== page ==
The report outlines the need for a follow-up process to strengthen and improve the human rights treaty body system.
Rabat – Ambassadors from Morocco and Switzerland have submitted their report on the process of strengthening UN Human Rights Treaty Bodies.
The Permanent Representative of Morocco to the UN, Omar Hilale, and the Ambassador of Switzerland, Pascale Baeriswyl, presented the report on Tuesday to outgoing UN General Assembly President Tijjani Muhammad-Bande.
In a letter to Muhammad-Bande, Hilale and Beariswyl emphasized that their consultation processes in New York and in Geneva embraced UN principles of inclusivity and transparency.
In their conclusions and recommendations, Hilale and Beariswyl said a follow-up process is necessary to strengthen and improve the human rights treaty body system and ultimately reach a consensual result.
The UN’s human rights treaty bodies are committees of independent experts that monitor the implementation of the core international human rights treaties. There are 10 functioning treaty bodies focusing on various human rights issues, including racism, gender inequality, torture, and migration.
In April, the United Nations General Assembly appointed the permanent ambassadors of Morocco and Switzerland to the UN as the co-facilitators of the process to strengthen the treaty bodies. The two diplomats began working to determine the best measures to strengthen the established system for human rights monitoring.
As part of this mandate, Hilale and Baeriswyl met with the High Commissioner for Human Rights, Michelle Bachelet, in late August.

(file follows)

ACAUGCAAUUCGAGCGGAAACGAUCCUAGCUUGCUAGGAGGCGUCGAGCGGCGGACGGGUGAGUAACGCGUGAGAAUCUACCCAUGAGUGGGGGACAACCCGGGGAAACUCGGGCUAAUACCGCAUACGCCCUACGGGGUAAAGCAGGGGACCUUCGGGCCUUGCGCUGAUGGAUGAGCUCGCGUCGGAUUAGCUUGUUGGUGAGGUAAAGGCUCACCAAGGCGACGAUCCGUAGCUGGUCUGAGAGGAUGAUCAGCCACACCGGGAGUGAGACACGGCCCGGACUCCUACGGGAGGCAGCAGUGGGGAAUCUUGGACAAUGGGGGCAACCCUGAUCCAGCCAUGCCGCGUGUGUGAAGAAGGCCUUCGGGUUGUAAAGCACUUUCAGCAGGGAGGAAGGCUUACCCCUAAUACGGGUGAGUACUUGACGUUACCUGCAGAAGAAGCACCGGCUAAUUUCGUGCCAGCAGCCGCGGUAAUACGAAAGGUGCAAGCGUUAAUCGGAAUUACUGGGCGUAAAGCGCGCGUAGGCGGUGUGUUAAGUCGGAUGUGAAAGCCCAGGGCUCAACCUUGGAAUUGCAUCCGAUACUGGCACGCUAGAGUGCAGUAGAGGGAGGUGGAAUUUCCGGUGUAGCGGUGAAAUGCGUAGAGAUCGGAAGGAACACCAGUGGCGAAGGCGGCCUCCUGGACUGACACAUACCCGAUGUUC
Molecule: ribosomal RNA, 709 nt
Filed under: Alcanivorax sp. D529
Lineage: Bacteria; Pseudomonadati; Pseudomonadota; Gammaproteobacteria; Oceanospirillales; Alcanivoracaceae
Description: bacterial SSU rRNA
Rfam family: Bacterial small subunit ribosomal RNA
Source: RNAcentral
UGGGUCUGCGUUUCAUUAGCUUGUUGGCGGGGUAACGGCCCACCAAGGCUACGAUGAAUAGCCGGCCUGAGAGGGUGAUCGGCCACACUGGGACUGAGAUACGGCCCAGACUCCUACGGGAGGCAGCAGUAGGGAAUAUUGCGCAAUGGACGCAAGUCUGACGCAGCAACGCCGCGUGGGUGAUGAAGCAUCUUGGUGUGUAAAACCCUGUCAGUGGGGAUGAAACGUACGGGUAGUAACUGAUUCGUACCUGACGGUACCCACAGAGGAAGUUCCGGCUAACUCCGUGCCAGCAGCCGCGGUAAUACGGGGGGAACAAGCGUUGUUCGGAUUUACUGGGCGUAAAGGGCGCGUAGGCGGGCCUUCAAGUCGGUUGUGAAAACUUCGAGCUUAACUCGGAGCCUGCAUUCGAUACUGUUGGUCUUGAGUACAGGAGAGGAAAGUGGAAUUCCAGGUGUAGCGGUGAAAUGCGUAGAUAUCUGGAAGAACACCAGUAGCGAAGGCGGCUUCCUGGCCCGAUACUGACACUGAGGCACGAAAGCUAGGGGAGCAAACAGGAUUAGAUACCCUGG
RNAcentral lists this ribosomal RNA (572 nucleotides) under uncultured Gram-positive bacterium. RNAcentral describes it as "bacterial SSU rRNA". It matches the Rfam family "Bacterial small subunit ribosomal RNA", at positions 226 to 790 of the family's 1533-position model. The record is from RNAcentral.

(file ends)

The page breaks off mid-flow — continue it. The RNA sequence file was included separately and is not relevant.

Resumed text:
The ambassadors attended a working session in Geneva with Bachelet and her team, briefing the high commissioner on their efforts to strengthen the UN treaty bodies system.
The diplomats gave Bachelet an overview of their consultations with UN member states, the presidents of individual treaty bodies, civil society actors, and national human rights institutions.
Hilale and Baeriswyl also commended the OHCHR’s role in strengthening the international human rights treaty monitoring system.
Bachelet welcomed their efforts to improve the functioning of the treaty bodies, thanking the two ambassadors for their commitment to the process and for maintaining high standards of inclusivity and transparency.
Hilale’s appointment in April as a co-facilitator of the strengthening process demonstrated the UN’s recognition of Morocco’s human rights reform under King Mohammed VI.
Morocco’s progress in the field has allowed multiple Moroccan experts to earn seats in the various OHCHR human rights treaty bodies. Several Moroccan experts have won elections to chair different treaty bodies.